Wednesday, August 18, 2010
A pair of schmucky goombah mobsters whined about the impact a muck-racking reporter was having on their illicit businesses through his column, Jack Ryder's Hot Seat, buried in the Herald Examiner newspaper. The narcissistic snoop heard all of this, as Ryder had conned his way into their offices to plant a bug. Figuring that alone was worth a Pulitzer, "or at least an Oscar," Ryder was driven to crash the hoods' Halloween party in order to take his column "to page one!"
The capo Manny's house was packed with druggie friends of his actress wife in costumes, so Jack Ryder's tan trench coat would have stood out like a sore thumb, had he made it that far. Sneaking through a servant's entrance, he was promptly knocked out by the thuggish Galt, and turned over to Manny's lieutenant Moe. Ryder was overdosed with drug that could trigger severe psychosis, dressed in a queer costume as "The Dancing Creep," and turned loose as a party favor. "Do with him as you like, ladies and gentlemen-- he's yours to enjoy-- or destroy!" A mob of fists indicated the latter (although silhouettes and lapsed time could be interpreted differently,) a form of torture that sickened Manny.
The battered Creeper was escorted to a car, then dumped in the woods. Galt made a game of giving Ryder a chance to escape, then prematurely gunned down the doped up reporter. Left for dead, Ryder was recovered by Professor Emil Yatz, whose scientific theories saw him laughed out of academia. Publishing his concepts through "cheap science fiction magazines," Yatz caught the imagination of the mob. Their funding allowed the professor to create a device that would store inorganic materials at a subatomic level, then manifest them with the touch of a button. Yatz realized this could be used for crimes, like bank robbers instantly altering their appearance to escape justice, and fled with his prototype. Yatz continued observing his former employers, and acted to save Ryder's life as a result. Yatz implanted the prototype inside Ryder, which possessed the additional ability to miraculously heal wounds. However, Yatz had to act fast to avoid brain damage, so that the Creeper costume and the drugs in Ryder's system were coded into the device.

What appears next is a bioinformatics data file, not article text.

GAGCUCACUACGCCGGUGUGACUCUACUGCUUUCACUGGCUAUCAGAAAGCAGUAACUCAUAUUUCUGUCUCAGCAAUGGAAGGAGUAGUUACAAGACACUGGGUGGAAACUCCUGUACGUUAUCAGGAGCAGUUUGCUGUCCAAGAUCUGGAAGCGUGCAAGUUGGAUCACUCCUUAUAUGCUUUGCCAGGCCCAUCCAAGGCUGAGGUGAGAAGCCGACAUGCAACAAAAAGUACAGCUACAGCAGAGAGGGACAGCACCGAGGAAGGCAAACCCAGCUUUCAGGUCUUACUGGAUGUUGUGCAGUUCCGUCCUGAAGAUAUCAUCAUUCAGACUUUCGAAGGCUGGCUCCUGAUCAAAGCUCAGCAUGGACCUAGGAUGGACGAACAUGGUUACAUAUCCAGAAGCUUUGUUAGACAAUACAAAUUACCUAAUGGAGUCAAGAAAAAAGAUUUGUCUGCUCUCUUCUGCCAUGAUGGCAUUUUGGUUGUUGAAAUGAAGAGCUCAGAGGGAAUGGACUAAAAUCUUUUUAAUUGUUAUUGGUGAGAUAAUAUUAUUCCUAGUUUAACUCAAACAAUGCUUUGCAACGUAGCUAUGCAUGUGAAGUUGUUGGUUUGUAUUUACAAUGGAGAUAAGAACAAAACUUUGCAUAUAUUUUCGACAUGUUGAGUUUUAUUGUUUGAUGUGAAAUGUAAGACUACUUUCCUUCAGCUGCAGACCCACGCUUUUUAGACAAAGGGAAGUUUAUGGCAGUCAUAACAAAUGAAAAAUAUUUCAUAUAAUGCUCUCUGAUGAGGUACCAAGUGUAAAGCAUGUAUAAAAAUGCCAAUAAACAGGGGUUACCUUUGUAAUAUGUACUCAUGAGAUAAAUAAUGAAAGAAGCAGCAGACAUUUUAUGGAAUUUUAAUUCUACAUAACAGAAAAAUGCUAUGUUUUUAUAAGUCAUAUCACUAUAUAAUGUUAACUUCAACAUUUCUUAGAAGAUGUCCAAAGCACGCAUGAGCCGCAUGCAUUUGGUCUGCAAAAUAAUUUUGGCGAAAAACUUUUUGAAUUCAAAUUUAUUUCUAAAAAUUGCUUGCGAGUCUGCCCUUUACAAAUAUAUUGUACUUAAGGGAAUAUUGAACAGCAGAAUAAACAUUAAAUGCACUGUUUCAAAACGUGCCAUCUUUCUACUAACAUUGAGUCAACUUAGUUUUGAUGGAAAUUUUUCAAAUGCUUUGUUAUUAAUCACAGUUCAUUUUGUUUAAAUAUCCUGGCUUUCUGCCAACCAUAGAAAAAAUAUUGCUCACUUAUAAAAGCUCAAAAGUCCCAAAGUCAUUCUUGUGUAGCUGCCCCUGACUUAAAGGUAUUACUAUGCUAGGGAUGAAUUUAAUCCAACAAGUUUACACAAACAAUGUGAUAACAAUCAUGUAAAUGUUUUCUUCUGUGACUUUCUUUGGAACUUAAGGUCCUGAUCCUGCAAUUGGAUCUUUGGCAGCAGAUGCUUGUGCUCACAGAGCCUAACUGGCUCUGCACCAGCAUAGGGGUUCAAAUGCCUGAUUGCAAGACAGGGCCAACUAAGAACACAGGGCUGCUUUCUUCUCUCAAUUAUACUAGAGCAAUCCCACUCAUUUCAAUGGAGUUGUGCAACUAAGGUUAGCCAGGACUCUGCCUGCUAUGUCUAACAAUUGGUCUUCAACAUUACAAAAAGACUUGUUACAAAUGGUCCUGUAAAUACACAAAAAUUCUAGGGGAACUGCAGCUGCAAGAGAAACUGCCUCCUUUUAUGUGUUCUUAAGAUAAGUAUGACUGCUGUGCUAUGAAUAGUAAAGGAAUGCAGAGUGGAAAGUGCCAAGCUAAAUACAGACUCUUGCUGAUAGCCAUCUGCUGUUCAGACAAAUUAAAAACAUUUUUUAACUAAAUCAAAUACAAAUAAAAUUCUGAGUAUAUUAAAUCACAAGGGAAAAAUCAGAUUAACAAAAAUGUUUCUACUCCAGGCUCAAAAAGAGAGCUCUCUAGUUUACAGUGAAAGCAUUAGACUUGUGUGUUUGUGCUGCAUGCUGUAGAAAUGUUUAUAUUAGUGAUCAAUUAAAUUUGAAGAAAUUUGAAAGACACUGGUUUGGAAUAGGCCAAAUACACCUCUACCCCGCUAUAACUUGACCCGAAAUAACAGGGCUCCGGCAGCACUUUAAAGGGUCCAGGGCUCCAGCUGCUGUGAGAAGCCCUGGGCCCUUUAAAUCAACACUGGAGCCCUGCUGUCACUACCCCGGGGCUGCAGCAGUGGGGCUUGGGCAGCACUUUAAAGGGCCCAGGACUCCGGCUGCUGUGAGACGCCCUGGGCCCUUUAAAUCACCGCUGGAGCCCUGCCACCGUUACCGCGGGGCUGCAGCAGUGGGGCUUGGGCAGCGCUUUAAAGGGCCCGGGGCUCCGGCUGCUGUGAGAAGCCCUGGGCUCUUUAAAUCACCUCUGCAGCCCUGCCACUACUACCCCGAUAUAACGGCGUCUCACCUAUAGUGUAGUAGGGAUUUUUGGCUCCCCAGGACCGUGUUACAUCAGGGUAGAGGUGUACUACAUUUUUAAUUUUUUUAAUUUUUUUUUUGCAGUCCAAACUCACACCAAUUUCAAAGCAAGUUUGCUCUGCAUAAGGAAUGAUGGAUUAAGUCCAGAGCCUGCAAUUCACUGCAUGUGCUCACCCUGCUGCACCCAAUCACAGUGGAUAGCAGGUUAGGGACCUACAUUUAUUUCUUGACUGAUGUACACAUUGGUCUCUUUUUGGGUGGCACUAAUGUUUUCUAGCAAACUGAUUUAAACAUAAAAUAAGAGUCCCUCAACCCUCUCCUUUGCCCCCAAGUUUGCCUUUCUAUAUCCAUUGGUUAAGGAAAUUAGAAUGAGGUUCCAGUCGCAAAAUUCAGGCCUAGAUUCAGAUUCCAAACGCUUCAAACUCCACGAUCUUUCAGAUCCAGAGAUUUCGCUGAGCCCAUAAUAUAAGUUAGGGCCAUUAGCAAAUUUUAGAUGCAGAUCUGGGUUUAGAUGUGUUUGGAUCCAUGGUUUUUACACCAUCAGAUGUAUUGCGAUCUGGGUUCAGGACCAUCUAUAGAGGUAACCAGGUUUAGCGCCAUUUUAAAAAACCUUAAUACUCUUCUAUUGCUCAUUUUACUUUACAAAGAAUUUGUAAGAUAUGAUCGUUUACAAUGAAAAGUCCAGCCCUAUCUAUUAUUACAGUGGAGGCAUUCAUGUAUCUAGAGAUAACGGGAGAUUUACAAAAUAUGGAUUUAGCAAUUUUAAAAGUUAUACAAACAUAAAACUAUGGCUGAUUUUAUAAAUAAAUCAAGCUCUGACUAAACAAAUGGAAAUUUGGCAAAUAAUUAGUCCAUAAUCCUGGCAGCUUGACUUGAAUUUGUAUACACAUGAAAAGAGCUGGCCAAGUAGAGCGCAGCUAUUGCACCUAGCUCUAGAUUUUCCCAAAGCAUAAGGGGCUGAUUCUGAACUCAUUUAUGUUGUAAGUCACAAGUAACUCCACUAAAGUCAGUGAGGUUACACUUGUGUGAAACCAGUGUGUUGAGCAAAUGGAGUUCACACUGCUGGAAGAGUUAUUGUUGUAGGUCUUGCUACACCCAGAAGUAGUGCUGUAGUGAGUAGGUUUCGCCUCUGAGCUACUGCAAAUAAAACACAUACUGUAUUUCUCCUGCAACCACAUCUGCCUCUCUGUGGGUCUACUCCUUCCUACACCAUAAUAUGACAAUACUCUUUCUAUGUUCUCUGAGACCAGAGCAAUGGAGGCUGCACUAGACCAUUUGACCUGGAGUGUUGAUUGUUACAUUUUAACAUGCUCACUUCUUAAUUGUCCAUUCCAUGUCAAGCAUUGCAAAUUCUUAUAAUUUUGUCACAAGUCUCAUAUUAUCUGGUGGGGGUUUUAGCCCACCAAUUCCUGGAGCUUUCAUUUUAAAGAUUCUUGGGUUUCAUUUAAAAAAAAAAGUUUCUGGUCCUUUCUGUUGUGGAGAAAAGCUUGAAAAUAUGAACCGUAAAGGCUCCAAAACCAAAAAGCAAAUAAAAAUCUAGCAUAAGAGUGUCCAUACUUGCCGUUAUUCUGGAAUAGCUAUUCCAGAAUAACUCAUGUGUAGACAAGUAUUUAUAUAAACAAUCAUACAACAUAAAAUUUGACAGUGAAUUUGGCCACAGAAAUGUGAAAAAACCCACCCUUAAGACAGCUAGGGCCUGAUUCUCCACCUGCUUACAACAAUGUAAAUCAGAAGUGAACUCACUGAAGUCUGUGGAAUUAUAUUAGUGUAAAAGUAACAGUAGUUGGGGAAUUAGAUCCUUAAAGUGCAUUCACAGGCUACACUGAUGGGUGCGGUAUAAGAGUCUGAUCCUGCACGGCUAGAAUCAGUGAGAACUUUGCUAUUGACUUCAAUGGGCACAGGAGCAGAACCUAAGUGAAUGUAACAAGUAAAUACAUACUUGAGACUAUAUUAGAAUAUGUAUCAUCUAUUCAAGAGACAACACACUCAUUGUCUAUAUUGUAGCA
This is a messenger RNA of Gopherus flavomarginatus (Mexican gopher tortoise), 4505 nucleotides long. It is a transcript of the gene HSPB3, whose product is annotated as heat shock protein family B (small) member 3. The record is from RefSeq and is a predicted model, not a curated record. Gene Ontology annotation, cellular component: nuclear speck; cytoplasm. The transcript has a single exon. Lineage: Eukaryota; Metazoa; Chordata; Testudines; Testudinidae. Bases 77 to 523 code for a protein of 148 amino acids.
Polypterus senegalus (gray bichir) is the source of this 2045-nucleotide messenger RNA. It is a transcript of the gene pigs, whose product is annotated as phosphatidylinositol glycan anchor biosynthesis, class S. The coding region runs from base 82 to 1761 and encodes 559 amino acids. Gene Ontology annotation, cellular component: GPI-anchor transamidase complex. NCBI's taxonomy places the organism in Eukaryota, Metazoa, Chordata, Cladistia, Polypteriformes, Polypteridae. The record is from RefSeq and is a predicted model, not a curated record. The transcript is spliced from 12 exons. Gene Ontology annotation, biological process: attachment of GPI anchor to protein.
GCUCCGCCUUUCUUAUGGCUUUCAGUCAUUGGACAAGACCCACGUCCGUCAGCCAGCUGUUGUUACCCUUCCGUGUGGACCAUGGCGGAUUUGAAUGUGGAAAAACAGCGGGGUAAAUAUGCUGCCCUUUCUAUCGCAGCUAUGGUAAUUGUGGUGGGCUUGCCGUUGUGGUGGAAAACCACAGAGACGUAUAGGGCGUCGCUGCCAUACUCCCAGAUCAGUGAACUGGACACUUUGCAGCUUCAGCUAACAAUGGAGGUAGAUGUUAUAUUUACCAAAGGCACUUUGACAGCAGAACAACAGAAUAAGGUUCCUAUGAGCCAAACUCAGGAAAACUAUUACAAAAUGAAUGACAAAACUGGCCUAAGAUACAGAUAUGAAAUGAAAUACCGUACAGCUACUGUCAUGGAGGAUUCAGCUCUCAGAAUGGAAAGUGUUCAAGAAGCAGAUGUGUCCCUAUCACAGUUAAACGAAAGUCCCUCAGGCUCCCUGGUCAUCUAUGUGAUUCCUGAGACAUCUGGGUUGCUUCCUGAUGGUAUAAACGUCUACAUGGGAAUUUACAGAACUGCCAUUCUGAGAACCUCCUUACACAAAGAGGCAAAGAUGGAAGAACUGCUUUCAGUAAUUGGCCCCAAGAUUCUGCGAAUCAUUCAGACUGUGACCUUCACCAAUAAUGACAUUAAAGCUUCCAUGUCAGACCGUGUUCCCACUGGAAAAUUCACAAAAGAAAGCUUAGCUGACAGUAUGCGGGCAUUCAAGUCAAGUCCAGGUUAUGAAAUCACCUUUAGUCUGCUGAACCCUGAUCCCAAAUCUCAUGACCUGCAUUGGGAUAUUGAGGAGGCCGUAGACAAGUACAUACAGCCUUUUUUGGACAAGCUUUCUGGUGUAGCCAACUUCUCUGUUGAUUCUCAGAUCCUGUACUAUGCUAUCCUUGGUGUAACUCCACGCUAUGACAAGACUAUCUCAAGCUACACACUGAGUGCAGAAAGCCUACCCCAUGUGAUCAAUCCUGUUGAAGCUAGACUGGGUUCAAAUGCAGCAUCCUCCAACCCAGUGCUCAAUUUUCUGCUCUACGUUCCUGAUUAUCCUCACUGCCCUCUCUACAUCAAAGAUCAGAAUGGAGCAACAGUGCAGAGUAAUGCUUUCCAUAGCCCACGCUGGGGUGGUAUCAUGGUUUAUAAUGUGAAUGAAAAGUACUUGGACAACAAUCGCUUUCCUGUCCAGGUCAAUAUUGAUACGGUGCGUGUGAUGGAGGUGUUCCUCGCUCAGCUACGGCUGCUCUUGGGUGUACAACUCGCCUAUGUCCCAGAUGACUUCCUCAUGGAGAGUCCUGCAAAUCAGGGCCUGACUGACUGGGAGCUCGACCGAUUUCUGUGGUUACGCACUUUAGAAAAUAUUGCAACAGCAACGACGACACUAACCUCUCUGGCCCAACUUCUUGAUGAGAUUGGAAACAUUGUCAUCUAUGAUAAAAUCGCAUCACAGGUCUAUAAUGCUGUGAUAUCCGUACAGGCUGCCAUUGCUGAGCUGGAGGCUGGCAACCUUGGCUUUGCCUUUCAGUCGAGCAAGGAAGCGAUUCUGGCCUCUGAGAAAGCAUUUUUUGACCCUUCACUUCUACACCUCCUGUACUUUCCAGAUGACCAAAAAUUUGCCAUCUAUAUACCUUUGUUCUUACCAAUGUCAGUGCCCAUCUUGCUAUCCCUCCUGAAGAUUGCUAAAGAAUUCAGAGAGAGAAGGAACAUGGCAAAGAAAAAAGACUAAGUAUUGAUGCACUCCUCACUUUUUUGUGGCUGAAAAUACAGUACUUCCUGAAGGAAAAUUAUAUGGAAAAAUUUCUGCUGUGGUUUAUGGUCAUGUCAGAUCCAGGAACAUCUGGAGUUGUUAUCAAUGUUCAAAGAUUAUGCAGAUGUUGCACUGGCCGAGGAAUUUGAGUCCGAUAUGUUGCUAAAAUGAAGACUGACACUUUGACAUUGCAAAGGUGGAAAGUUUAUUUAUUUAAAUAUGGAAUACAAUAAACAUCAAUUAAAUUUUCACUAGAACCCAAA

Galt was on to Yatz, who was accidentally shot dead when he again put himself in harm's way to save Ryder. Galt knew his boss would be peeved, and was set on killing Ryder, who managed to duck into a hiding space and activate the device. The Creeper blinded Galt, then left him to die in a lab explosion. "hee hee..."
The Creeper returned to the still raging party, switched out the lights, and belted out a thunderous string of laughs. While continuing to roll on his high, the Creeper launched into an assault on the party-goers, then pursued Manny out of the house. At some point, the Creeper appeared to have "broke Moe's back," and showed his gratitude for being given a nigh-indestructible body by seeing Manny to a "gruesome end."
Jack Ryder wrote his own front page headline scoop, or rather the Creeper did, as Ryder's mind was a blank before his waking up at a typewriter. In the months that followed, Ryder would learn more about his other self, created through a mix of Yatz's science and mind-altering drugs. "A self that lives in a twisted, twilight world between sanity and psychosis... A self that stalks without fear of injury to himself or to those he pursues... A self that can only be called-- THE CREEPER"
"Before and After Science" was by Andy Helfer, Keith Giffen & Rick Bryant, based very loosely on Steve Ditko's original story.